Go to the Globe and Mail homepage

Jump to main navigationJump to main content

(Photos.com/Getty Images)
(Photos.com/Getty Images)


Shopping app snatched from jaws of failure Add to ...

Creating a mobile app is simple. Getting people to buy it is something else altogether.

"Technology is the easy part," says Ron Cheung, co-creator of ItSpot, a free iPhone app that tracks deals in local shops and lets users share opinions on purchases. "The business behind an app is incredibly hard."

"The mobile space allows everyone to jump into the game as long as they can program," says Erik Peterson, owner of game developers Romper Games in Toronto.

Little wonder there is so much competition - the Apple store alone boasts more than 300,000 apps. Skyrocketing to success isn't as easy as it may seem, industry insiders agree.

Ron Cheung and his partner Desmond Leung have learned more than a few things about the competitive nature of the app space. Their experience with ItSpot goes back to 2008.

Both men launched their own Internet services company in 1995 before selling it off and investing in a number of other companies.

"We realized that the smart phone market was really emerging in 2008," says Mr. Cheung. "We thought, 'Wouldn't it be great to get into the market now?'"

So the partners came up with an app they felt filled a void. "We were two busy guys who didn't have much time for shopping," he says. "We wanted a tool on our phone that would allow us to see all the great deals at the mall."

Their idea may have had potential, but in hindsight, says Mr. Cheung, they made their first mistake right from the get-go.

"We approached it from a technology perspective," he explains.

The partners didn't think about their app from the point of view of their target market and, as a result, they moved forward with a system their demographic wasn't actually using.

"It was for BlackBerry and it was Web-based, so people had to start up their browser to access the app," he says.

"When we launched our prototype, we found that people hated it," says Mr. Cheung with a laugh.

"People would download it and delete it, or just wouldn't use it again. We realized we built the app for ourselves, not for any particular demographic."

They went back to the drawing board, and their first order of business was setting their target. They decided to go after 18- to 34-year-olds who spend disposable income on shopping.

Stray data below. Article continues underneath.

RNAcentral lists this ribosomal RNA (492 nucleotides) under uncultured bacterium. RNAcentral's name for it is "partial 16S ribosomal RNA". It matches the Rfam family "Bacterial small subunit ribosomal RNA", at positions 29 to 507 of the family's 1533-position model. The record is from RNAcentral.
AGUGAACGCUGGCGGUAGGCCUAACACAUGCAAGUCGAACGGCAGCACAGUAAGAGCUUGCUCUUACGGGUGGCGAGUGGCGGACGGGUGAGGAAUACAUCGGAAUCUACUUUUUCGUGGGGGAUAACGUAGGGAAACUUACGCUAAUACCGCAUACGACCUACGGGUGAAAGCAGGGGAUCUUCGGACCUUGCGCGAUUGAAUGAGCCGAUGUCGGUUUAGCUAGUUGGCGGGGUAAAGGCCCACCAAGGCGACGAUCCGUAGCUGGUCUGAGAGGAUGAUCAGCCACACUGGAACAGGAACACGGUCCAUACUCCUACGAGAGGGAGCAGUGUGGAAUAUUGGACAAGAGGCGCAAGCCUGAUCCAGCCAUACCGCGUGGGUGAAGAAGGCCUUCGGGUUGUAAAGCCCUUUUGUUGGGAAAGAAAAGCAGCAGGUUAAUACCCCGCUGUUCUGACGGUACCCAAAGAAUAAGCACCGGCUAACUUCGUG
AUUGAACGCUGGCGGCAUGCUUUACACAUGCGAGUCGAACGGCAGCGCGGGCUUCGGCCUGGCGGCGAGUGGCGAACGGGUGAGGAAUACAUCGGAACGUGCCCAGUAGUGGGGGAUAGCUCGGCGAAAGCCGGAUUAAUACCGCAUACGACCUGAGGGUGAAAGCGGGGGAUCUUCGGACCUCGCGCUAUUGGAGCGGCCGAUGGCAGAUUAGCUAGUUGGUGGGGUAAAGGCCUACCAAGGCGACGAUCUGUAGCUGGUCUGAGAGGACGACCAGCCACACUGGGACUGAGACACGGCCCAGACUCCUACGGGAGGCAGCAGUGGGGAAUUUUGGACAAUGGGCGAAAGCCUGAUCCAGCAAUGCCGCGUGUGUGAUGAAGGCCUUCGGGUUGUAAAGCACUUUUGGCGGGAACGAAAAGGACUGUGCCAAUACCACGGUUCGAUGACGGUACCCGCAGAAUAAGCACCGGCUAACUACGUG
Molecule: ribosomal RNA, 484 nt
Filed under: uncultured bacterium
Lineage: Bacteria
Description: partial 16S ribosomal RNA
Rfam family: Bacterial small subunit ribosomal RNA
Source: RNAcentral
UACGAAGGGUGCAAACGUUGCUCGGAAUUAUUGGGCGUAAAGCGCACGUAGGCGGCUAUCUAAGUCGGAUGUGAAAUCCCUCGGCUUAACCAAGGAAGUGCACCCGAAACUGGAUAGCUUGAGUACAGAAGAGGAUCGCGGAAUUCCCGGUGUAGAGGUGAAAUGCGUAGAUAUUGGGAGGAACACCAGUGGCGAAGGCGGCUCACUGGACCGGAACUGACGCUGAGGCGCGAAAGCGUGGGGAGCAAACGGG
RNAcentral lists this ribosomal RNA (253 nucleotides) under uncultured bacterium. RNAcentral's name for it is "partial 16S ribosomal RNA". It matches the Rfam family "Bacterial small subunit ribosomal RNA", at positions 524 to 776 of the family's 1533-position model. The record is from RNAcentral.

But the pair needed more than that. They were thirsty for feedback from real people. "Developing an app can be a lot like being an entrepreneur," says Mr. Cheung. "It's about trying different things and listening to your users and modifying the app so that it's actually what people want."

In 2009, the partners took another shot at retooling their app. "We decided to develop the app based on the general framework for the iPhone, and then have our users help us by telling us what they want," says Mr. Cheung.

The partners took every opportunity to connect with users and potential users. "We were out there showing it to people and further developing it," Mr. Cheung says. "Whenever someone sent an e-mail about downloading problems or had a question, we took the time to phone them and find out what they thought about the app."

By 2010, they had rolled out the app in Toronto, Vancouver, Edmonton, Calgary and Ottawa, and now have volunteers in each area who feed deal information into the app. "In the beginning, we paid people to do it, but we realized that it wasn't passion-driven," explains Mr. Cheung.

In addition to offering shopping deals by neighbourhood and the option to print coupons, the site also lets people anonymously post items so that other users can vote on them. It also lets users upload pictures to their Facebook page, where they can solicit opinions from friends.

Today, ItSpot's biggest struggle is ongoing awareness, says Mr. Cheung. "We don't have a huge budget, so awareness has to be organic and viral."

Mr. Peterson stresses the importance of marketing for apps, noting that advertising isn't nearly as expensive as it was pre-Internet. "In the past, if you had to market something, you usually had to do it through TV or other larger forms of media," he says. "Today, app developers are spending a lot less, but they're still spending. Web ad placement is much cheaper than other advertising."

Mr. Cheung and Mr. Leung are focusing on word of mouth and personal endorsements.

"People who are early adopters and continue to go back and use the app are our best marketing vehicle," says Mr. Cheung. "And we've also found it effective to connect through bloggers." The partners have run contests on blogs offering people who download the app the chance to win gift cards.

To date, the partners have invested about $100,000 in the app, which has about 1,200 loyal users. They believe there will be an opportunity to monetize it once their user base grows. "If I have loyal users who are using our app to help them decide what they buy, and if I can influence their purchase, I could potentially strike a deal with retailers," says Mr. Cheung.

There are other shopping apps out there, but ItSpot differentiates itself in one critical way: "Shopping malls in Toronto are doing similar things," says Mr. Cheung. "But they're not socially enabled."

Mr. Cheung is the first to admit that instant success is elusive in the app world. "You have to have a three to five year commitment," he says. "The overnight success idea doesn't exist."

Apple apps by the numbers

350,000: The number of apps the Apple App Store offers.

20: The number of categories apps are available in, ranging from games to business, news, sports, health, reference and travel.

10 billion: The number of apps downloaded from the Apple App Store.

Source: Apple, January, 2011

Report Typo/Error

Follow us on Twitter: @GlobeSmallBiz

Next story




Most popular videos »

More from The Globe and Mail

Most popular